This is a Elderberry (Sambucus canadensis), a native shrub in the family Adoxaceae. It features radially symmetric (regular) flowers. The calyx consists of 3 fused sepals, with 5 fused petals, and 5 anthers. The ovary is inferior, and the gynoecium syncarpous. The inflorescence is a panicle, flowering in early summer. I found this elder along the Olentangy trail this summer. I bought an elderberry shrub off some lady at a farmers market in Ri-o Grande, OH this summer. She said to propagate, take a cutting in winter with two nodes and place in rich manure soil.
Rose-Of-Sharon, Hibisucus syriaca in the Malvaceae, have regular flowers, unfused. With showy 5-merous unfused flowers, the gynoecium is inferior, making this flower hypogynous. Stamens many, stigmas 5. The gynoecium is also syncarpous. I found this hibiscus growing escaped in a streambank of Glen Echo Park. The inflorescence is a single flower. I love finding Rose-Of-Sharon at old homesites when exploring the countryside – as a “garden persistent”, this flower will bloom long after a homestead is gone and the owners are a faded memory.
A representative of the bellflower family Campanulaceae, Great Blue Lobelia (Lobelia siphilitica) is a showy wildflower of rich, wet places in late summer. These flowers are bilaterally symmetric (zygomorphic), with a fused 5-sepal calyx and fused 5-petal carolla; 2 upper split down the middle, 3 lower. Inferior, epigynous syncarpous gynoecium. Stamens typically 5. These flowers have a spike inflorescence. I saw this in bloom at my study site in Glen Echo, along a riverbank in Kentucky, and at Glen Helen preserve. This summer was my first experience with water gardening; I grew Swamp Milkweed, Blue Flag Iris, and Lobelia!
As a member of the Composite family, Asteraceae*, this sunflower, Helianthus tuberosus is composed of two types of flowers: ray, and disc. The apparent “petals” are in fact sterile, modified individual flowers; each of the spots on the disc are its own individual flower. These feature an involucrate inflorescence, a head. 5-merous, sympetalous; 5 fused anthers form the androecium, a bristly calyx, and a bicarpellate, epigynous ovary. I found this flower at my study site in Glen Echo Ravine, growing with Rudbeckia on a disturbed hillside.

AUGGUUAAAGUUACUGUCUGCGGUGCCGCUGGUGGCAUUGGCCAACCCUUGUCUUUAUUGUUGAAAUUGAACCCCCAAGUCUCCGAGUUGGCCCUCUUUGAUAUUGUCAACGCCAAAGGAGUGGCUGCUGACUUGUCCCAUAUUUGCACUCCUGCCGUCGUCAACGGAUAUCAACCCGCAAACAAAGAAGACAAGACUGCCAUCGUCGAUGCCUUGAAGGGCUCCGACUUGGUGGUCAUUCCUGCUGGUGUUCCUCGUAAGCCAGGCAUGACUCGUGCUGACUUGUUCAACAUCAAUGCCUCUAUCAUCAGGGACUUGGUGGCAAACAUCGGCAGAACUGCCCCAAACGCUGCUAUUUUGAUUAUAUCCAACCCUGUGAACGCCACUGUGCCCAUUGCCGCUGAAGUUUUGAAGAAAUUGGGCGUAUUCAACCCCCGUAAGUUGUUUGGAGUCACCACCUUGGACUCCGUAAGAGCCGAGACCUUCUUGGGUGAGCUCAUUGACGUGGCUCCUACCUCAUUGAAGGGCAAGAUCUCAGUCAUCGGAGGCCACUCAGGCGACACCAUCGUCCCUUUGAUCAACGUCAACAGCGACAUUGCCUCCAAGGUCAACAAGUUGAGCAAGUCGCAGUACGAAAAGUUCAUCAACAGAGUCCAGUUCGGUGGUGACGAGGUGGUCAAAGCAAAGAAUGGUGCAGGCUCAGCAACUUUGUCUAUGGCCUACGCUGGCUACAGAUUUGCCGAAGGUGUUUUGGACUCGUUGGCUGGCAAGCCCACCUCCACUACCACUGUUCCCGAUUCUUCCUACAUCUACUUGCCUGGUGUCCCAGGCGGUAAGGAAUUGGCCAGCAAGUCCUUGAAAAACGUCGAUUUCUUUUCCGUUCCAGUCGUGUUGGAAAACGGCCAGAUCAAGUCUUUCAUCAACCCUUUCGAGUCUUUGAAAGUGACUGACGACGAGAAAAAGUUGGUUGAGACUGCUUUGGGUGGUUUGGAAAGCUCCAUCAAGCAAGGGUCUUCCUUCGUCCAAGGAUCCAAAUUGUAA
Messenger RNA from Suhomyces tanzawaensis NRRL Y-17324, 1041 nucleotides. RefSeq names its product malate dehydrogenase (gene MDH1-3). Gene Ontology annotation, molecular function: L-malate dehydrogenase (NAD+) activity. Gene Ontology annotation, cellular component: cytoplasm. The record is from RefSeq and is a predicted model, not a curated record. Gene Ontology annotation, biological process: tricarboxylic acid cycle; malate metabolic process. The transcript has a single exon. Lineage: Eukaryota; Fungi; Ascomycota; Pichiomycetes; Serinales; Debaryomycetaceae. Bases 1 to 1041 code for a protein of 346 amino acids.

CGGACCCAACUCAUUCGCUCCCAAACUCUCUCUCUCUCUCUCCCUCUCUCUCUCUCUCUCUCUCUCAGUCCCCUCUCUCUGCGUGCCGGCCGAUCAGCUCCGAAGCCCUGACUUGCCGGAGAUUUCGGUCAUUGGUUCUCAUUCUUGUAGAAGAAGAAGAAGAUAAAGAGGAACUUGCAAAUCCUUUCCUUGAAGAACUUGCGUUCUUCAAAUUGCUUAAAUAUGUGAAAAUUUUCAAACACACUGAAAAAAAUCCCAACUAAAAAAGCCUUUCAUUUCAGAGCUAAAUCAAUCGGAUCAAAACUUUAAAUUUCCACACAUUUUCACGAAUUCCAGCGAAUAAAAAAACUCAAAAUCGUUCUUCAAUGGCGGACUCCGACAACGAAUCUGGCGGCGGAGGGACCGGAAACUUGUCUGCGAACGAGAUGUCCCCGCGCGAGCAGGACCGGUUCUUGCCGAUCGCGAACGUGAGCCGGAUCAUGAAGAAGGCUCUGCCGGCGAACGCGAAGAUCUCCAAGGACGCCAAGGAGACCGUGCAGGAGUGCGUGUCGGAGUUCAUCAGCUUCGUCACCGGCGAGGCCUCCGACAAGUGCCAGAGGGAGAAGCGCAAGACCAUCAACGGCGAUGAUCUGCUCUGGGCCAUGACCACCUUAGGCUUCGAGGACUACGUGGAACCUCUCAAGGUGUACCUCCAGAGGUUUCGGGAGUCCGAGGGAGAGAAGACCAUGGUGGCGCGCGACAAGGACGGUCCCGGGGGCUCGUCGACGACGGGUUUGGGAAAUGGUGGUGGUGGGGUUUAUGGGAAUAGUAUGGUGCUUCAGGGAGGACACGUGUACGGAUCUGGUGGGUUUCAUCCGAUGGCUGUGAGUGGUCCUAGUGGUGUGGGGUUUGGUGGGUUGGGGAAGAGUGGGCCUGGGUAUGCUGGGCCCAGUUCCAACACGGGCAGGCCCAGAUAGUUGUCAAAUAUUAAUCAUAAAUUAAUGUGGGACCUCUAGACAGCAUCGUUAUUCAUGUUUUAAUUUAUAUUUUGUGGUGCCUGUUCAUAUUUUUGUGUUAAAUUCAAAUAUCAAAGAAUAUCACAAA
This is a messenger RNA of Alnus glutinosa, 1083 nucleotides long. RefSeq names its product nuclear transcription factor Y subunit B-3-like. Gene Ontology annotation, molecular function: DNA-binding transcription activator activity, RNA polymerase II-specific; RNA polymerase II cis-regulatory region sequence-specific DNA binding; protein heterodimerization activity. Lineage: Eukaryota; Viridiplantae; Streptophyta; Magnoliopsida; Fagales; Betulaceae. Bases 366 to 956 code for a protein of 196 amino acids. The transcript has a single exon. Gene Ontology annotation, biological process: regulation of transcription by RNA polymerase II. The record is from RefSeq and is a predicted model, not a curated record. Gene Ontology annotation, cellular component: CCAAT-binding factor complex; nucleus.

* I included this asterisk because we are talking about Asteraceae.
This is a pawpaw (Asimina triloba), in the Annonaceae. I suppose you could call this a berry – it contains multiple unhardened seeds and is fleshy throughout. The flower is regular (actinomorphic), with a calyx of 3, 6 petals spiral unfused, and hypogynous, with an apparently apocarpous gynoecium. Anthers many. I found this pawpaw on the OSU campus, and it was delicious! There are two types of pawpaws – rich-tasting yellow pawpaws and less rich tasting white pawpaws. You just have to open them up and see! Solitary inflorescence.
This is Burr Sedge, Carex grayii, I think! According to Cornell, these have an achene fruit, no perianth, 1-3 anthers, unicarpellate and are hypogynous. The inflorescence is compound, a head. I found these sedges with edges at Big Run Park on a woody plants field trip.
This Setaria Foxtail Grass from Glen Echo is an example of a spikelet inflorescence and caryopsis fruit. The caryopsis fruit is unique to the grass family, and is unicarpellate.
These are multiple fruits from Morus alba, the white mulberry, from my summer internship at the USFS research station. Each unicarpellate fruit is formed from drupelets from multiple flowers in a catkin. Look at that frog!